After lengthy battle, court tells Selangor Islamic enforcers to keep hands off Ahmadis

The Ahmadiyya community celebrates with their lawyers after the decision by the Shah Alam High Court today, July 6, 2018. ― Picture courtesy of Jemaat Ahmadiyyah
The Ahmadiyya community celebrates with their lawyers after the decision by the Shah Alam High Court today, July 6, 2018. ― Picture courtesy of Jemaat Ahmadiyyah

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KUALA LUMPUR, July 6 ― The Shah Alam High Court decided today that the Shariah Court has no jurisdiction over members of the Ahmadiyya community, as the Selangor Islamic Religious Department (Jais) has refused to recognise the Muslim sect as adherents.

The Ahmadiyya community’s spokesman Ainul Yakin M. Zain confirmed the decision to Malay Mail, following a lengthy judicial review after 39 Ahmadis were arrested by Jais in 2014.

“Thank Allah, the Malaysian court has held to justice and given proper justice to the Ahmadiyya community on this historic day,” the community said in a statement.

The Ahmadis were seeking a judicial review following Jais’ arrest of its community members — which included eight Pakistani asylum seekers, two Indian nationals, one Indonesian and three minors — on April 11, 2014 for performing Friday prayers in a place that was not a mosque.

The group was told that it had not obtained written permission to use the premises — a shoplot in Dolomite Park, Batu Caves — for purposes which may only be carried out on, in or by a mosque, contrary to Section 97 of the Administration of the Religion of Islam (State of Selangor) Enactment 2003.

The Ahmadis, who are derogatorily called Qadianis here, adhere to the same beliefs as the Sunni branch of Islam, but also believe that their founder Mirza Ghulam Ahmad was the Imam Mahdi, Islam’s prophesied redeemer.

Justice Datuk Vazeer Alam Mydin Meera declared today that Jais has no rights to stop the community from worship, nor to charge them with Shariah offences.

The five respondents ― Jais, its chief religious enforcement officer, its investigating officer, Selangor chief Shariah prosecutor, and the Selangor government ― were also ordered to pay the applicants RM25,000 in costs.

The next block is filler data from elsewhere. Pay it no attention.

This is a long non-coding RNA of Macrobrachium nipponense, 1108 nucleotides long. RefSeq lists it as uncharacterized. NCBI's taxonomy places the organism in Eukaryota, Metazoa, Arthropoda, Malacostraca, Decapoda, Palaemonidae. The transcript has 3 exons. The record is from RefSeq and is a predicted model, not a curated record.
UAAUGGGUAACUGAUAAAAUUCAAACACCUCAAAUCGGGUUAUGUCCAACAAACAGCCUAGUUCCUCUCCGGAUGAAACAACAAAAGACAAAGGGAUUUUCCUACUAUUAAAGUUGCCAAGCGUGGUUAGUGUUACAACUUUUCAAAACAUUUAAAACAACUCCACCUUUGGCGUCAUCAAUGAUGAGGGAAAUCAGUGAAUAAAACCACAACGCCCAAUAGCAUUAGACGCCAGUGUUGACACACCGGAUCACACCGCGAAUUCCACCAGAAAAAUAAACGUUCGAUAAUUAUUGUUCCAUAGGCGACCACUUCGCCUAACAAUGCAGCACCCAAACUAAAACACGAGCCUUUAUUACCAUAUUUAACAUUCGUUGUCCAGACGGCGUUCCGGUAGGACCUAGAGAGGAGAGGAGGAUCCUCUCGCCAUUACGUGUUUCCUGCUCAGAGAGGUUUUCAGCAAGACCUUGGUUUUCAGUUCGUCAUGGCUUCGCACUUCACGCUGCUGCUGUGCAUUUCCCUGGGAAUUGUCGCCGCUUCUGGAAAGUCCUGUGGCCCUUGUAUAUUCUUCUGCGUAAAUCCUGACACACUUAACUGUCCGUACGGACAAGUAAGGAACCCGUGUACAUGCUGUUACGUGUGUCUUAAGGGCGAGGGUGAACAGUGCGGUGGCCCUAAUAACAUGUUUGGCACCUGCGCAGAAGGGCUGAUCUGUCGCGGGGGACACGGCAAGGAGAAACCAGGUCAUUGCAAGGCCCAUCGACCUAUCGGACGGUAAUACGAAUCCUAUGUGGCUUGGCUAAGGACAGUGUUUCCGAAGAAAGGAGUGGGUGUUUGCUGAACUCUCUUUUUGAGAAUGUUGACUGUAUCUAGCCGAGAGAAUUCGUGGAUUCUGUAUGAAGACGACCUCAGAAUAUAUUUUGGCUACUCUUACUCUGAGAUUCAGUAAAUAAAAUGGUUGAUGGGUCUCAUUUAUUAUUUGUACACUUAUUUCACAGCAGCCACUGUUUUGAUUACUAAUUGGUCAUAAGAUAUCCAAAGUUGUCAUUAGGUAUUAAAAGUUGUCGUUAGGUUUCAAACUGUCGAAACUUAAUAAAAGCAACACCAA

The group was granted leave by the Kuala Lumpur High Court on August 14, 2014, before the proceedings were transferred to the Shah Alam High Court on September 15, 2015. A stay of proceedings was granted on February 5, 2016 pending the judicial review.

On May 5, 2017, an application was filed at the High Court to refer constitutional law questions to the Federal Court for determination, and on September 29 that year, it was allowed.

Two constitutional law questions were posed to the Federal Court: Whether the Shariah court has the jurisdiction to try offences relating to mosques, and whether the Shariah court has jurisdiction over members of the Ahmadiyya community.

However, on March 26 last month, the Federal Court referred the case back to the Shah Alam High Court.

“With a new leadership of Pakatan Harapan, the Ahmadiyya community hopes the government can hold fast to the Federal Constitution where all citizens’ right to worship is guaranteed, as long as they do not disturb the country’s peace,” the community said today.

It also told Putrajaya to not worry, since the community promotes peace and practice its motto of “Love for All, Hatred for None”.

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